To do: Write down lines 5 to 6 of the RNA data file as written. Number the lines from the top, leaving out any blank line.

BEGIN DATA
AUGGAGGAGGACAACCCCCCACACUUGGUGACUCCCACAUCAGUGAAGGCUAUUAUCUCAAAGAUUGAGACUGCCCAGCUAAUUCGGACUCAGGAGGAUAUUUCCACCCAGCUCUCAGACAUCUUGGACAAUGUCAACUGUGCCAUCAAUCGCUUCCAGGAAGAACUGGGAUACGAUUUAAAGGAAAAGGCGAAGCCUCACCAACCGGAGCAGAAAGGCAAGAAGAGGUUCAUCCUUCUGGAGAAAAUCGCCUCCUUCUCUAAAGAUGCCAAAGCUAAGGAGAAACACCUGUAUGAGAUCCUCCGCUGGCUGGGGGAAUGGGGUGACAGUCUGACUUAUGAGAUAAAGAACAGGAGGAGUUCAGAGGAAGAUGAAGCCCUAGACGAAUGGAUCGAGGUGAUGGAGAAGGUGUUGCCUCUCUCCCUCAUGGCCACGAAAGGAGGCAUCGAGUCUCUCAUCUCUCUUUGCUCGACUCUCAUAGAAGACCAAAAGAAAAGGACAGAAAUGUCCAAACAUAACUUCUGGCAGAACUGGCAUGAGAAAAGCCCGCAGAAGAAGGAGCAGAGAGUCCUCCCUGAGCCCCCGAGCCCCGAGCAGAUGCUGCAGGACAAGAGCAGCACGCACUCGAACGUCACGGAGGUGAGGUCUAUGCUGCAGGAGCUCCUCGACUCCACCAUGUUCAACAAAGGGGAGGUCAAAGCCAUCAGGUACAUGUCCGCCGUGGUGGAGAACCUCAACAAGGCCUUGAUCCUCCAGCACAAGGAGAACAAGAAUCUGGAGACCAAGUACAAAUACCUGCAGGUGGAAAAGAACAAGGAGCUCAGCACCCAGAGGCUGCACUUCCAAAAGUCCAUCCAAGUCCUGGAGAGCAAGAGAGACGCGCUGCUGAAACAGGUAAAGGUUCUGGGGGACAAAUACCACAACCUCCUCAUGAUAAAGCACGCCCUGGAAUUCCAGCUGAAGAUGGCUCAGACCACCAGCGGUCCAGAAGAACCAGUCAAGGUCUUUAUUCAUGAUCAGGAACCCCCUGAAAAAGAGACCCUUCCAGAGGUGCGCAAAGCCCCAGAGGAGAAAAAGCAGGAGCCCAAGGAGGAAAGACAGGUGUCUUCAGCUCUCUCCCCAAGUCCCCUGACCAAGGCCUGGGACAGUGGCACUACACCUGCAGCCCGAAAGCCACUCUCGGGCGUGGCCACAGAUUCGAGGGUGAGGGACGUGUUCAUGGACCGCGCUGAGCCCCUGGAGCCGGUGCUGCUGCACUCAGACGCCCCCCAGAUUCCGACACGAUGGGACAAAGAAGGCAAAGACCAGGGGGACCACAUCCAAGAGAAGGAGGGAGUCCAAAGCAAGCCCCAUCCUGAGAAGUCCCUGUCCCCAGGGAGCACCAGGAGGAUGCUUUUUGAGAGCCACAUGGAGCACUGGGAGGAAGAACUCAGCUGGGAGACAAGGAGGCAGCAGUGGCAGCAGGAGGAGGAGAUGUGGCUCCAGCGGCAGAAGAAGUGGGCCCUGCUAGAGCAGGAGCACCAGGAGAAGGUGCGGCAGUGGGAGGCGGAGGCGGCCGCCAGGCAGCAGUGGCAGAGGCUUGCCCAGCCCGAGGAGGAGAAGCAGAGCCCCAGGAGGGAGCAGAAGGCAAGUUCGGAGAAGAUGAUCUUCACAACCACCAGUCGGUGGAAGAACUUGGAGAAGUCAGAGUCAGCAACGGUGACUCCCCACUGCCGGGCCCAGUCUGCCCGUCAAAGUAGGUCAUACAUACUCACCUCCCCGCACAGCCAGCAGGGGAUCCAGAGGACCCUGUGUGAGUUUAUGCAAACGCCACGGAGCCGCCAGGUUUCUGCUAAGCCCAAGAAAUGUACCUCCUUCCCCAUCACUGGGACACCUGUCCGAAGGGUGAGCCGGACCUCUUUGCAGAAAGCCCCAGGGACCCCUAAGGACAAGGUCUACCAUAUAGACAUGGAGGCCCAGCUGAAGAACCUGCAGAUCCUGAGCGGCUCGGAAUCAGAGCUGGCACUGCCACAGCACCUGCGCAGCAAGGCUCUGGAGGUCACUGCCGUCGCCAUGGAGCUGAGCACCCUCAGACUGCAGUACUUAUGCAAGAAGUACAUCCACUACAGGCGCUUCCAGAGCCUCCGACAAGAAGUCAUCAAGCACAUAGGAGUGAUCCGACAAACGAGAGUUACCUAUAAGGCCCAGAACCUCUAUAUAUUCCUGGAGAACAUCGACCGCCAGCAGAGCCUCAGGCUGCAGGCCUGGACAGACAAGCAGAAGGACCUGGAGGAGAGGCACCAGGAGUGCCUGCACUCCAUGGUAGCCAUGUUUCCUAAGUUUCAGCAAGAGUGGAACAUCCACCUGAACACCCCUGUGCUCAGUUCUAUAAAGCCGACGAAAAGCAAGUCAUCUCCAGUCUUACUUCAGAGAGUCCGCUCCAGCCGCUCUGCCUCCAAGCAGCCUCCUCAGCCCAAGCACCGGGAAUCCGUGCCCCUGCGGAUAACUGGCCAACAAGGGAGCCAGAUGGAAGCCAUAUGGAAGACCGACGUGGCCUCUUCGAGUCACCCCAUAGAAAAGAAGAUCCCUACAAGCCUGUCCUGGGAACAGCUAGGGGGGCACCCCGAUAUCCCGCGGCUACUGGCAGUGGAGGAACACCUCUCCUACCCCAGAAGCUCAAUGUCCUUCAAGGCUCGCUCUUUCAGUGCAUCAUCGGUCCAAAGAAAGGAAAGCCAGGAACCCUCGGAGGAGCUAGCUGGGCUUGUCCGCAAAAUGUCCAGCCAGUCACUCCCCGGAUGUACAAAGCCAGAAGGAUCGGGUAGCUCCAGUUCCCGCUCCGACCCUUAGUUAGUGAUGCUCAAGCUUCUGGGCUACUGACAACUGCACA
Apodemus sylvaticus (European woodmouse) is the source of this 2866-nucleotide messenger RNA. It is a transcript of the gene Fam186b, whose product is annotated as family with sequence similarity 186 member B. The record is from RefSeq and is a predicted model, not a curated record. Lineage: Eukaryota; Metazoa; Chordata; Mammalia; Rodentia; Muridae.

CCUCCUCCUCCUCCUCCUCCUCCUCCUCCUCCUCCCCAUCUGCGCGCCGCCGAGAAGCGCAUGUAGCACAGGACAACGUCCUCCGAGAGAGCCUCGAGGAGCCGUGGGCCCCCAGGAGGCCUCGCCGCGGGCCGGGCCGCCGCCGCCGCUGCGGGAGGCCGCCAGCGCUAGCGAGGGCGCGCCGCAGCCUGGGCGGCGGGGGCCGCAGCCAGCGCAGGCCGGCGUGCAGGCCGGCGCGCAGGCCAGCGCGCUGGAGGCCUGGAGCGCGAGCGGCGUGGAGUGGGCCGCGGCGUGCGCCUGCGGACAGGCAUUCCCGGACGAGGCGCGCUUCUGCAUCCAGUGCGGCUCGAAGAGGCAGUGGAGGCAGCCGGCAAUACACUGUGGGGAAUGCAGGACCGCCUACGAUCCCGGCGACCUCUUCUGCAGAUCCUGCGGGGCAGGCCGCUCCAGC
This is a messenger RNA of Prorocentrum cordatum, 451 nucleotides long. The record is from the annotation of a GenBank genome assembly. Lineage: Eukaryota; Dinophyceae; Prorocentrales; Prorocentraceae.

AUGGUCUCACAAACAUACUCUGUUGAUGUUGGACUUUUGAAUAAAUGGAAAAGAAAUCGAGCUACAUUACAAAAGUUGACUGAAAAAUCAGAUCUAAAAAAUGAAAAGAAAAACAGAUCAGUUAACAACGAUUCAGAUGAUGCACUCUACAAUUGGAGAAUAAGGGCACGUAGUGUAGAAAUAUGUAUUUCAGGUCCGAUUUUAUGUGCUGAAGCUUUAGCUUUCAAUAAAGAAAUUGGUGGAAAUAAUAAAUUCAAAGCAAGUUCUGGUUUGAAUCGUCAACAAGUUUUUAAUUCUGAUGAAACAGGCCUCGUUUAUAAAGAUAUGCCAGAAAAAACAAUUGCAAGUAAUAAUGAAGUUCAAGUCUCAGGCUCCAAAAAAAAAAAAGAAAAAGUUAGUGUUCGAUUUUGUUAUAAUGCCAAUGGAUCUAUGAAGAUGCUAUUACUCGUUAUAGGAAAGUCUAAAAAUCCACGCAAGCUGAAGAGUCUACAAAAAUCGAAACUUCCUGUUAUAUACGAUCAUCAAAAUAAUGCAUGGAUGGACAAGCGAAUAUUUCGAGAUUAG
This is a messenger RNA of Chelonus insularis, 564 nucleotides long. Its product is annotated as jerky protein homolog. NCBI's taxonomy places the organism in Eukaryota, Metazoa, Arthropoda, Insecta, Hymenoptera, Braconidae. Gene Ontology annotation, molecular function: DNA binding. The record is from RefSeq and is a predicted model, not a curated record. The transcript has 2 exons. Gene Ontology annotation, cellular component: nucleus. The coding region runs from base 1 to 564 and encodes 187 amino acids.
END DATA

AUGGUCUCACAAACAUACUCUGUUGAUGUUGGACUUUUGAAUAAAUGGAAAAGAAAUCGAGCUACAUUACAAAAGUUGACUGAAAAAUCAGAUCUAAAAAAUGAAAAGAAAAACAGAUCAGUUAACAACGAUUCAGAUGAUGCACUCUACAAUUGGAGAAUAAGGGCACGUAGUGUAGAAAUAUGUAUUUCAGGUCCGAUUUUAUGUGCUGAAGCUUUAGCUUUCAAUAAAGAAAUUGGUGGAAAUAAUAAAUUCAAAGCAAGUUCUGGUUUGAAUCGUCAACAAGUUUUUAAUUCUGAUGAAACAGGCCUCGUUUAUAAAGAUAUGCCAGAAAAAACAAUUGCAAGUAAUAAUGAAGUUCAAGUCUCAGGCUCCAAAAAAAAAAAAGAAAAAGUUAGUGUUCGAUUUUGUUAUAAUGCCAAUGGAUCUAUGAAGAUGCUAUUACUCGUUAUAGGAAAGUCUAAAAAUCCACGCAAGCUGAAGAGUCUACAAAAAUCGAAACUUCCUGUUAUAUACGAUCAUCAAAAUAAUGCAUGGAUGGACAAGCGAAUAUUUCGAGAUUAG
This is a messenger RNA of Chelonus insularis, 564 nucleotides long. Its product is annotated as jerky protein homolog. NCBI's taxonomy places the organism in Eukaryota, Metazoa, Arthropoda, Insecta, Hymenoptera, Braconidae. Gene Ontology annotation, molecular function: DNA binding. The record is from RefSeq and is a predicted model, not a curated record. The transcript has 2 exons. Gene Ontology annotation, cellular component: nucleus. The coding region runs from base 1 to 564 and encodes 187 amino acids.